One of my biggest regrets when coming to Korea was that I didn’t begin to learn the language until my second year of teaching. If I had learned the language, I firmly believe that my first year here would have been even more amazing than what it was. While knowing Korean isn't required to teach for ChungDahm, you will find it is very beneficial to at least of have a general understanding of the language for things like using public transportation, reading a menu and understanding your students, especially if they are younger. Learning the Korean alphabet (Hangeul) only takes a few hours as King Sejong, the writer of Hangeul, made it so that that each letter represents movements made with the mouth and tongue. Below I have provided a list of common words that you should know when dealing with Korean students as well as Korean staff members during your time teaching in Korea.Read More
Teachers Share their Experiences While Living Abroad!
ChungDahm has given me a great opportunity to expand my teaching and managing skills especially in a foreign environment. I will admit, managing is not for everyone and I don’t believe that anyone can become a manager, however if you are interested in growing with ChungDahm Academy, then becoming a Team Leader may be the first step for you.Read More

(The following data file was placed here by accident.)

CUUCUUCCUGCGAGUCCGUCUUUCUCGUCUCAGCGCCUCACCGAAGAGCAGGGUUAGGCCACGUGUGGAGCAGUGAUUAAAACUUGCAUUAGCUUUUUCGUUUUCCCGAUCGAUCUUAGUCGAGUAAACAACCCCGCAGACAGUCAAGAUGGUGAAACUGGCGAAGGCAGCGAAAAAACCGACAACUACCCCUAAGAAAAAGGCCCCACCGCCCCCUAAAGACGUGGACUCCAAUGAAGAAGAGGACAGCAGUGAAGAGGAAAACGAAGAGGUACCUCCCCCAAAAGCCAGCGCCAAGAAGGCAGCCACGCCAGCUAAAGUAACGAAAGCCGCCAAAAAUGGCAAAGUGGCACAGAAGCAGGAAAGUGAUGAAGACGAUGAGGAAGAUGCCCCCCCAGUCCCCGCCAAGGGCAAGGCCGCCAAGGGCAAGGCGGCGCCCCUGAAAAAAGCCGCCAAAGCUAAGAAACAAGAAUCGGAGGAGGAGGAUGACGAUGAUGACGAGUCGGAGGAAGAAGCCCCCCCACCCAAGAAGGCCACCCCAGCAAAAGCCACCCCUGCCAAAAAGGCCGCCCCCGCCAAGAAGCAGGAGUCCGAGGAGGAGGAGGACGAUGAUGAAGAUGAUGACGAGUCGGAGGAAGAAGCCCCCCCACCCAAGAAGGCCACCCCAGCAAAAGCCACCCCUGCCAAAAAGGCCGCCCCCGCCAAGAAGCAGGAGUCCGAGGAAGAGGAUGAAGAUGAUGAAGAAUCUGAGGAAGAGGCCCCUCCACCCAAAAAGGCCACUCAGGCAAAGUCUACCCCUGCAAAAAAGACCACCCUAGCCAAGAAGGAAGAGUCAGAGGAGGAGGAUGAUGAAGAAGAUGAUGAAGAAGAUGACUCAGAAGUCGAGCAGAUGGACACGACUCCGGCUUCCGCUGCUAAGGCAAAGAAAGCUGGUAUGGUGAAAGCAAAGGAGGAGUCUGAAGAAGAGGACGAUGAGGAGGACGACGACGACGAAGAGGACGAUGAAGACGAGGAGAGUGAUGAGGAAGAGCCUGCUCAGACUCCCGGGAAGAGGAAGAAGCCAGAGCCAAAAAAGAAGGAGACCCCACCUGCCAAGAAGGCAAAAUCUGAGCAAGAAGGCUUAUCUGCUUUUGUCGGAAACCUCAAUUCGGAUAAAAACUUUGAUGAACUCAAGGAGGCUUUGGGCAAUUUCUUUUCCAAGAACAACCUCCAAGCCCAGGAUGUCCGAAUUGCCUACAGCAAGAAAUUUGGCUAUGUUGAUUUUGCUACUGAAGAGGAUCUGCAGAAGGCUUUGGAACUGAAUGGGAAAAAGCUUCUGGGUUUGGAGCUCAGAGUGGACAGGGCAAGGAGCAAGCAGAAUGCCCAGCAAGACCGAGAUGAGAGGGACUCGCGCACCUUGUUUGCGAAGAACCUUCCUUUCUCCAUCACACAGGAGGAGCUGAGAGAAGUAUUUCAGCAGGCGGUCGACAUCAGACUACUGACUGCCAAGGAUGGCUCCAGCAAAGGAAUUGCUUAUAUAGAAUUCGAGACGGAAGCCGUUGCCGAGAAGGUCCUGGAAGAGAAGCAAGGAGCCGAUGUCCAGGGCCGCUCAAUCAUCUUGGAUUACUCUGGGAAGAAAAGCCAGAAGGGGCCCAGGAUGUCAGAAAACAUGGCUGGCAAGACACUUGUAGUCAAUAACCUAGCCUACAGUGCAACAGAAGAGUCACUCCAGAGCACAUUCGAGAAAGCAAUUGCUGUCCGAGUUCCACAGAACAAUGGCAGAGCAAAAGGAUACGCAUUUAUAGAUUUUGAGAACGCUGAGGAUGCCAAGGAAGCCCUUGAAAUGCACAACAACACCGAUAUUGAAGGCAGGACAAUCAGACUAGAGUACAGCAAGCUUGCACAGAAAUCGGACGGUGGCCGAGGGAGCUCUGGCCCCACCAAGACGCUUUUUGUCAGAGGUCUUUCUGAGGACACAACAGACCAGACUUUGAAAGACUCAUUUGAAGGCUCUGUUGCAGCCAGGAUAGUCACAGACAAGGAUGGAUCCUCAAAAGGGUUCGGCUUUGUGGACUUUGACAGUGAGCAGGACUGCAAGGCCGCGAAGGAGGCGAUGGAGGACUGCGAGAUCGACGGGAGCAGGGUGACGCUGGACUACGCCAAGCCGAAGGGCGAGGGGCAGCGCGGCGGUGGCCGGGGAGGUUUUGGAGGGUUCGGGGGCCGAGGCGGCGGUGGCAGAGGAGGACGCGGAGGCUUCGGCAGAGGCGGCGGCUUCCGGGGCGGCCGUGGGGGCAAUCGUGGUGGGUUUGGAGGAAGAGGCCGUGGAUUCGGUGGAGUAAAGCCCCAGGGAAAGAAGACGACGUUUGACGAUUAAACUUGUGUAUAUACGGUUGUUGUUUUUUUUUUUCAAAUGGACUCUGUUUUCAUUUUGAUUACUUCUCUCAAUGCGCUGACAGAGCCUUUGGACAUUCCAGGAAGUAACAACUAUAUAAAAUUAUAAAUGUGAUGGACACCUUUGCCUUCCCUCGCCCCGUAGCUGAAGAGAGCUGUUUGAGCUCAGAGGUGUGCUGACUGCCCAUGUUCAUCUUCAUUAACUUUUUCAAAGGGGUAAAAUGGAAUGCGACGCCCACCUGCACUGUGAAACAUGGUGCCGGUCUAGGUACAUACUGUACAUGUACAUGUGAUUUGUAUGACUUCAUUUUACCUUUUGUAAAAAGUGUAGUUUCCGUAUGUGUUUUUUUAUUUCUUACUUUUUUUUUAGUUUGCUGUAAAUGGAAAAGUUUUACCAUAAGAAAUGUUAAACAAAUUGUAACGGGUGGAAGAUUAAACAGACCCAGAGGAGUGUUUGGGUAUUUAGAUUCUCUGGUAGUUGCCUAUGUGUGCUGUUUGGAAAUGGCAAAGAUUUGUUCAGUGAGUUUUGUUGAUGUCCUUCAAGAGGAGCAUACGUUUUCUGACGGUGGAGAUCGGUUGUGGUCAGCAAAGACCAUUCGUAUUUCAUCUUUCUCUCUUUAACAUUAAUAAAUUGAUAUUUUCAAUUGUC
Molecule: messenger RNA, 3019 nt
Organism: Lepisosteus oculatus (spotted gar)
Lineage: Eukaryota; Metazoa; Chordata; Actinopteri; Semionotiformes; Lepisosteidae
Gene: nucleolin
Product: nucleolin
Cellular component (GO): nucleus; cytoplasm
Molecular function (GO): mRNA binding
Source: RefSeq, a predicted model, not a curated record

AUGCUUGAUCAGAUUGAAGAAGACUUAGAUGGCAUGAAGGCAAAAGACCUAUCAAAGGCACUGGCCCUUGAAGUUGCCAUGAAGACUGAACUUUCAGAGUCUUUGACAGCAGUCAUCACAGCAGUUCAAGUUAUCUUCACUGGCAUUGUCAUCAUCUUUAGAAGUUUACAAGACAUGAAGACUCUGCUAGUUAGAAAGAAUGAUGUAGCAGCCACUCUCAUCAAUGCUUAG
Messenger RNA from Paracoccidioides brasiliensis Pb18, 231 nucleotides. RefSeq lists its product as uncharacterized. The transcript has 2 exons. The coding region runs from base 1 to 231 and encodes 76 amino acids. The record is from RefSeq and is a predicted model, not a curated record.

One of the best times and hardest times as working as a teacher/faculty manager is when I have to do teacher evaluations. As a faculty manager, I am responsible for making sure that my teachers are doing their best whenever they are in front of their classes. This is rewarding and challenging at the same time. It is completely easy to give praise when someone is doing well, however for some it can be difficult when you have to give a poor review. In my experience, most teachers would like to know different techniques so that they can improve. I know I do. In this blog I will offer tips to help you excel in the classroom while teaching in Korea for ChungDahm and in return earn a positive evaluation.Read More
Before I begin, I just want to let my readers know that each ChungDahm location has a different set of rules when it comes to preparing for classes. The reason for this is because different locations teach different courses. Depending on the classes being taught at your location, you may need to prepare a lot of information for your class or you may not. Below I will talk about how I go about preparing for my day of teaching and encourage my fellow teachers to do the same.Read More
If this is your first time teaching in Korea, it can be quite intimidating especially since you will be handling students. I remember when I got here, I wasn’t sure how I could connect with my students. I wasn’t fresh out of college and I wasn’t accustomed to the Korean culture. One of the things my trainers at Chungdahm told me to do was to brush up on Korean pop culture and ask my students’ about their daily lives. I think because I started to watch and listen to the Hallyu or the Korean Wave (Korea’s version of Hollywood), it has me a better teacher. To be successful, bonding with your students about different subjects can make your life teaching a lot easier.Read More